THE NO-DISCIPLINE SCREENWRITER (ALMOST) – Ideas on how to write & finish your screenplay when you have almost no discipline.

Re: No-Discipline — I have offered the caveat: *I should preface the above with the notion that ‘discipline’ of some degree is needed when writing an outline and a script. Even if it was one word every 2 months, writing that one word, thought or idea down – would still require the slightest discipline. (i.e. there is no such thing as a no-discipline screenwriter…;)

Somehow, one way or another — one must continue pushing forward. Below is just a quick roll call of the feature film scripts I’ve written over the years: including genre & collaborators, some with discipline — some without. If you have a list, I’d be interested in seeing yours too. I’m proud of them all except for Call it a Night which was grossly underdeveloped. A Sort of Homecoming won the Institute of Mental Health Initiatives Scholarship at USC, and Lone Tree Hill got me honors and a Master’s Degree from there and a film I would love to make if I had around 60 Million… Richard, Patrick and Peter are all terrific writers that I met in the Graduate Screenwriting Program and our collaborations yielded highly original stories. Snowblind, written with Zak Forsman was my first feature screenplay — which we adapted from an incredible book by Robert Sabbag with the same name.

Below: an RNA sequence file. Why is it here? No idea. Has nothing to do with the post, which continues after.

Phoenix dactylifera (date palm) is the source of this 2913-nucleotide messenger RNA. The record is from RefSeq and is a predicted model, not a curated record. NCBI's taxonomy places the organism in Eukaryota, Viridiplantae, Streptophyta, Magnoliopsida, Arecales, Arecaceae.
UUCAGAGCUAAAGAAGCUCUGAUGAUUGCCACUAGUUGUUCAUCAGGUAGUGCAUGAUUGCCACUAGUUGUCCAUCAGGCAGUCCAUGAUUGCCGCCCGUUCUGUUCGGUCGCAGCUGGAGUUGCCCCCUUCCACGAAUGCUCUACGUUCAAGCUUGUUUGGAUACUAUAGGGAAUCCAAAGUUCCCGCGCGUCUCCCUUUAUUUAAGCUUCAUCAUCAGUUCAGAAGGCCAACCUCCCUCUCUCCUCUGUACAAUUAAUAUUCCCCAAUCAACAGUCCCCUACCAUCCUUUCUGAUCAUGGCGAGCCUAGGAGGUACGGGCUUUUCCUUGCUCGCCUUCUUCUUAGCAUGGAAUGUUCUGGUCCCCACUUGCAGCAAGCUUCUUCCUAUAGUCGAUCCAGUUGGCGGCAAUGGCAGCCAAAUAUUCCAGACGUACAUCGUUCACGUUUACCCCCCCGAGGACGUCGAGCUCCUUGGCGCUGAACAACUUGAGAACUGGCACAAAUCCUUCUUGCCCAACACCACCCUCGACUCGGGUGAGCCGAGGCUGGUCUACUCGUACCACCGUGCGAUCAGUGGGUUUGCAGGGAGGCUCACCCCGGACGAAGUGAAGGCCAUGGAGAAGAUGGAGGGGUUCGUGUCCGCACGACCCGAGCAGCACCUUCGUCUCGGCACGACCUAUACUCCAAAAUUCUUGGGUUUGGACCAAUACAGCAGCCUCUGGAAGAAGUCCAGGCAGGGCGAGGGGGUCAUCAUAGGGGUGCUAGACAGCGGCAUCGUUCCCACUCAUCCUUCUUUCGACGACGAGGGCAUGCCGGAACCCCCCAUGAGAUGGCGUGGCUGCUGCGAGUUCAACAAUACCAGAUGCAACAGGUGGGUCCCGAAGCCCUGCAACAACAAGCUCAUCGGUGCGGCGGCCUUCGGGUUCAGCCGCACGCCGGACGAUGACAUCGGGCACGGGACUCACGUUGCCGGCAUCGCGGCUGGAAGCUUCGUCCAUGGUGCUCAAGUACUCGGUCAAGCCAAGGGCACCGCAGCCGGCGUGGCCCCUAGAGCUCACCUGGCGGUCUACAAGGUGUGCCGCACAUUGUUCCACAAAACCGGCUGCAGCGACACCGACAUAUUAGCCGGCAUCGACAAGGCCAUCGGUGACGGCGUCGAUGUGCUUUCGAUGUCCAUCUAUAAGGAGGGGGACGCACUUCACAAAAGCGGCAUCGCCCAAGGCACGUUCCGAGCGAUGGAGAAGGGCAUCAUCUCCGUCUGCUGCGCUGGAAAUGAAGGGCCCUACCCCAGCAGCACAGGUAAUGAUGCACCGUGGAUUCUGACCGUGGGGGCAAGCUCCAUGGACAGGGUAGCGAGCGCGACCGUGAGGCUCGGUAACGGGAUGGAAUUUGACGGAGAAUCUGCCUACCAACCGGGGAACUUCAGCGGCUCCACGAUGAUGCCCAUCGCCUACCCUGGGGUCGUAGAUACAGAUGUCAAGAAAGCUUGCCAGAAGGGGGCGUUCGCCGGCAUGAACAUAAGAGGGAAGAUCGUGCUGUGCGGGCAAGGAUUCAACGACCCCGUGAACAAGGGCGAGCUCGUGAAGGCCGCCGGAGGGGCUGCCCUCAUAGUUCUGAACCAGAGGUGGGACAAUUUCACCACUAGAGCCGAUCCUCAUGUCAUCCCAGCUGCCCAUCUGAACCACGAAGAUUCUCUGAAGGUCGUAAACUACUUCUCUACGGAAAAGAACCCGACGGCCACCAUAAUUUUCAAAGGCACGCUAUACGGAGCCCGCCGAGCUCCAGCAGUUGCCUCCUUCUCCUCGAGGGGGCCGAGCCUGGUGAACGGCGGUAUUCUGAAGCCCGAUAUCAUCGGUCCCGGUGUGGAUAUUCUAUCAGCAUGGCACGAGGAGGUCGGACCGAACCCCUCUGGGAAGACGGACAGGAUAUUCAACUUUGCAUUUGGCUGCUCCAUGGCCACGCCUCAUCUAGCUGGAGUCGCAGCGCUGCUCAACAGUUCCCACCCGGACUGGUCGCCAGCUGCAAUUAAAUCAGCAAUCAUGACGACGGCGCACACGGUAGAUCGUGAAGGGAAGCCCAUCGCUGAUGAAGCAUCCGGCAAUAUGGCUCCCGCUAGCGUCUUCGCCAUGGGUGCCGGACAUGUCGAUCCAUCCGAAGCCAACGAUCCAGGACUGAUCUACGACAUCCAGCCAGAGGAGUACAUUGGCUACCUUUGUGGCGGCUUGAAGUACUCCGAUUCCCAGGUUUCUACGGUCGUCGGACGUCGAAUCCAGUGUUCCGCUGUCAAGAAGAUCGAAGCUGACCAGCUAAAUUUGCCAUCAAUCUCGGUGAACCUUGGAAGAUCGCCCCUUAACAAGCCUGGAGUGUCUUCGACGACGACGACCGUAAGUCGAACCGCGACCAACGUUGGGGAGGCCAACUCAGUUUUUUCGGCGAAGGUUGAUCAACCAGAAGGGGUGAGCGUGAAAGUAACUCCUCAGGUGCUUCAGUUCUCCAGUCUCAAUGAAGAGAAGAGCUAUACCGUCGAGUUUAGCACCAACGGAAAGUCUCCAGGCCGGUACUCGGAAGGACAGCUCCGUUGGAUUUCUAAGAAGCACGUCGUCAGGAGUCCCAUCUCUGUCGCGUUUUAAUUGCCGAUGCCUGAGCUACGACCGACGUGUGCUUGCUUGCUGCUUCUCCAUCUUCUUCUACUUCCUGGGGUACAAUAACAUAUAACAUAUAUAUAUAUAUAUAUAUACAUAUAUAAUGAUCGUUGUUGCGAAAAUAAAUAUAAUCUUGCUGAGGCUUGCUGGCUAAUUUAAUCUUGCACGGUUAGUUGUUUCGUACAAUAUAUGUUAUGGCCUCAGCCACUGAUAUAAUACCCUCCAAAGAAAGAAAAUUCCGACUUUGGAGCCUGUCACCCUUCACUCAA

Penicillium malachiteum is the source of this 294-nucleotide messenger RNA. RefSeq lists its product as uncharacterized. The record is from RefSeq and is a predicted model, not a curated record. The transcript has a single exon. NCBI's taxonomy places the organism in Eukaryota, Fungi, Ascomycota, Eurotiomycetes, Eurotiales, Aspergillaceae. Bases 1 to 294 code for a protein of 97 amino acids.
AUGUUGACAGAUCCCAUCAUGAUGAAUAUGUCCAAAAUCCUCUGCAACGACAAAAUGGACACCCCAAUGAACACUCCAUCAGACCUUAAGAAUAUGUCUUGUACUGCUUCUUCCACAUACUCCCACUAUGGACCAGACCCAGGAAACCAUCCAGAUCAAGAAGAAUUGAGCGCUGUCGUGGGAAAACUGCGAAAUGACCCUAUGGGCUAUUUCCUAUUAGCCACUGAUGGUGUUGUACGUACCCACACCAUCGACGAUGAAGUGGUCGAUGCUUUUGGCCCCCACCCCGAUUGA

A Falling Rock – Thriller White Knuckles – Psychological Drama Chasing Tail – Action/Adventure – with Richard Shepherd Cheryl, Otis & Guy – Comedy – with Patrick Meighan Shadows – Drama – with Peter Murray Lone Tree Hill – Period Survival story A Sort of Homecoming – Family Drama Call it a Night – College Dramedy Snowblind – Smuggler, Action/Drama – with Zak Forsman